For a country facing economic turmoil and new business risk at every turn in the road this year, Lebanon sports an alarmingly content real estate sector.
Intermediaries whose livelihoods depend directly on commissions from arranging sales and rental contracts are not frantically waving red flags as many other of the country’s economic agencies are.
“The [sales] market is in slow motion since the beginning of 2011 until today, but there is still a market and it is not down,” said Walid Moussa, chief executive of PBM, a real estate brokerage and facilities management company, as well as secretary of the board of the Real Estate Association of Lebanon (REAL). “I always say the market is sleeping. When you sleep you wake up and just continue.”
Over at Ramco, one of the oldest intermediaries and consultancies in the Lebanese real estate sector, Director Karim Makarem agreed that both demand and prices are in a trough since the end of 2010, but he too would not talk of a crisis. “The word crisis entails too many negativities. I don’t believe the market is anywhere near that,” he told Executive.
Any analyst probing the market’s numbers without being very familiar with the peculiarities of Lebanese property might be excused for asking if that “sleep” is restful and if the denial of a crisis is just that — desperate denial. By the numbers, business in the primary brokerage activity of property sales is down again in 2012 to date, regressing for the second year in a row.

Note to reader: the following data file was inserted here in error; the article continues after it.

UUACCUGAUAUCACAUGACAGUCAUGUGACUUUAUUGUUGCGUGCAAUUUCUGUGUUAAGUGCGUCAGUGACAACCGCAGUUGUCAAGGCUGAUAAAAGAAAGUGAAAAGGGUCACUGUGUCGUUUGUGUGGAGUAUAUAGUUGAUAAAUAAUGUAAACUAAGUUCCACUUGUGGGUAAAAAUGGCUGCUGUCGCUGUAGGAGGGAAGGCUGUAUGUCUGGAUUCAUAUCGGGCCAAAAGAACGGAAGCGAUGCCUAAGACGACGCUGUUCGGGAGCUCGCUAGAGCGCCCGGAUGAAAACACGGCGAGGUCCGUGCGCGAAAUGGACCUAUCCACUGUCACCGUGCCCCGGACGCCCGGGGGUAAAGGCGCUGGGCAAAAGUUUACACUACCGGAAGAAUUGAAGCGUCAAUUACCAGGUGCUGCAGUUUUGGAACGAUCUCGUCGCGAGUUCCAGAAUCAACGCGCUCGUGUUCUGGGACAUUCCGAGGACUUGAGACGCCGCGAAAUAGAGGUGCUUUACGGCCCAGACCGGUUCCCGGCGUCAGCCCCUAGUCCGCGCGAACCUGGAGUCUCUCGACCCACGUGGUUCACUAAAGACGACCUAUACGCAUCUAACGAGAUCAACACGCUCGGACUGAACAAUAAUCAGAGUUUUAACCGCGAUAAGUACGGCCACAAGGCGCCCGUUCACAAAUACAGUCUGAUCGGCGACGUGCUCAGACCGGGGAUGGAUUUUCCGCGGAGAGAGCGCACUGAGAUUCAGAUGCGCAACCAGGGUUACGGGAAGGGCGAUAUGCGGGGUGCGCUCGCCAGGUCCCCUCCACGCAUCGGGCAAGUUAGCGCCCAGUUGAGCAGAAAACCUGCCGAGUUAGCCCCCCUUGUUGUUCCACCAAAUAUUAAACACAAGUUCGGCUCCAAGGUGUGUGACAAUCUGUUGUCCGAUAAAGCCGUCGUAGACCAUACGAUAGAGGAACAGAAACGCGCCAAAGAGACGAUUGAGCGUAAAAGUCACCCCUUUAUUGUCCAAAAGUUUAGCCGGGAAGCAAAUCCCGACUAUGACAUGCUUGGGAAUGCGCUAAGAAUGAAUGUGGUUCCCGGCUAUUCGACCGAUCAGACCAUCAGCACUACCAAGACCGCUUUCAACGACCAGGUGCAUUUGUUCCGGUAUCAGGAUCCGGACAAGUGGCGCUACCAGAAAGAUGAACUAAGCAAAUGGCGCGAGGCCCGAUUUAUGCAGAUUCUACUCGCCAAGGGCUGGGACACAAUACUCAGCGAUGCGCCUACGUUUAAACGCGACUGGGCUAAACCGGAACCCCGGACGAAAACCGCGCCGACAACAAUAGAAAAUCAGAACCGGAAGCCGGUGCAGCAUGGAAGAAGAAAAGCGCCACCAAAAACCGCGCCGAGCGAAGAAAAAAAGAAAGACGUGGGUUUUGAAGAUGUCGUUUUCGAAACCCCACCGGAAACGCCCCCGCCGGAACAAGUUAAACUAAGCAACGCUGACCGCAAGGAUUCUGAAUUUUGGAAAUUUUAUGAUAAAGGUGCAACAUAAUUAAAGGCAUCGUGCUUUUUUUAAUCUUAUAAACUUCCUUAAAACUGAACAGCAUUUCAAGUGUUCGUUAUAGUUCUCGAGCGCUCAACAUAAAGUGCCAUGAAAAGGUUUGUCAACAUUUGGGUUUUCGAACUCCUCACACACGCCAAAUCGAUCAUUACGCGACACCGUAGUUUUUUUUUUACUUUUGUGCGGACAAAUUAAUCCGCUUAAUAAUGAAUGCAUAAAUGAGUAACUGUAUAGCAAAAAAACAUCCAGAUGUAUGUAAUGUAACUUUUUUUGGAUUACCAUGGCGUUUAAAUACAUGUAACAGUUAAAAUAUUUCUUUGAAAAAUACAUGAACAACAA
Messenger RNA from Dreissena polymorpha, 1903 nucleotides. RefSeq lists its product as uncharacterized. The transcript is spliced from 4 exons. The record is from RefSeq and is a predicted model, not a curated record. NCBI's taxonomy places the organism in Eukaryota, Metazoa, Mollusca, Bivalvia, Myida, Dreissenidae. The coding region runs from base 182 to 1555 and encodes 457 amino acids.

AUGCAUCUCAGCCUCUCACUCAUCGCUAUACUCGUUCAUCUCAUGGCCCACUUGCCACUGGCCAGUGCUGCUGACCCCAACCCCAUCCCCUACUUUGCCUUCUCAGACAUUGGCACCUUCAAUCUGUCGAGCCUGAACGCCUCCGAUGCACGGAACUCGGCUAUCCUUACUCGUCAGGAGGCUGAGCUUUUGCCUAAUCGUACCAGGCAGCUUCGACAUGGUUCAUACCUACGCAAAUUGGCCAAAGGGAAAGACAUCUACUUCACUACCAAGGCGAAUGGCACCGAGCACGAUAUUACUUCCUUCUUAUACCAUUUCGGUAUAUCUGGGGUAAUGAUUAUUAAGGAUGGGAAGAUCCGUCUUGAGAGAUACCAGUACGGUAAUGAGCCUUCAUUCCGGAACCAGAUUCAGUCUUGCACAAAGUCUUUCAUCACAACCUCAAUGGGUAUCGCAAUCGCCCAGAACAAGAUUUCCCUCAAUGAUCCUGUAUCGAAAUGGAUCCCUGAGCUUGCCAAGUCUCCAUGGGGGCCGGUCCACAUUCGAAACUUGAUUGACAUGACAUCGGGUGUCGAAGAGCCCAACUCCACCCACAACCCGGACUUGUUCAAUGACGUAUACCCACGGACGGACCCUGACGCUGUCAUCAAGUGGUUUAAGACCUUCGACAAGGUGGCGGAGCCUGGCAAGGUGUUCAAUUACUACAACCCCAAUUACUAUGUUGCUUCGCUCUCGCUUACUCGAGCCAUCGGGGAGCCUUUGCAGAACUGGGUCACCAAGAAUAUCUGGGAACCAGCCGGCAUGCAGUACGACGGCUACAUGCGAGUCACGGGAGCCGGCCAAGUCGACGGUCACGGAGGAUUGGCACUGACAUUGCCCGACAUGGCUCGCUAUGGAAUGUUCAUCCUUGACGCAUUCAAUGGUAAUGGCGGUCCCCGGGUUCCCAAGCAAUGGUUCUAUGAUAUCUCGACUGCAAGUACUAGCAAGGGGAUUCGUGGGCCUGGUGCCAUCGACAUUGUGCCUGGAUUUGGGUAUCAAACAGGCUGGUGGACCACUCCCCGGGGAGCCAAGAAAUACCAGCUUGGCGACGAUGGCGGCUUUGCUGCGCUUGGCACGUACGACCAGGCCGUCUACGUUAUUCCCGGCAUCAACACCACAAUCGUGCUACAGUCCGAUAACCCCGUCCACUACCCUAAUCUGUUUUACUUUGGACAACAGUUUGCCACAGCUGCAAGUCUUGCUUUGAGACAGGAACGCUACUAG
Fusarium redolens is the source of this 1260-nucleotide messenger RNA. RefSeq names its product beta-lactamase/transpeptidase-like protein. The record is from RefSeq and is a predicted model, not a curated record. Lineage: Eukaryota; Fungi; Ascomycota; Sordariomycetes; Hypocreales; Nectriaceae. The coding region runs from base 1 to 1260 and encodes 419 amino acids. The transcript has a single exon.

“According to the latest numbers, we are down 10, 12 percent on 2011, but 2011 was not such a good year either, it was about 12 percent behind on 2010,” said Elie Harb, president of Coldwell Banker real estate brokerage in Lebanon. That doesn’t sound too healthy, he acknowledged: “Two continuous cycles in the negative are not a good sign.”
A “staircase” market
Most brokers and research analysts at large local banks Executive queried said they see no crisis lurking in the lull of the local real estate market because they view market functions like a staircase, where prices go up and stabilize or freeze but not retreat. Phrasing it in a hands-on way, Christian Baz, owner and general manager of brokerage and facilities management company Baz Real Estate, said, “The price for properties in Lebanon will never go down. It always is stable or goes up.”
The staircase scenario is based on a threefold specificity which Moussa described as “the small size of the Lebanese market, non-debt financing of projects and high demand by expats and foreigners from the region.” According to Makarem, normal population dynamics of marriages and divorces and demand from regional buyers make local real estate an obligingly safe bet.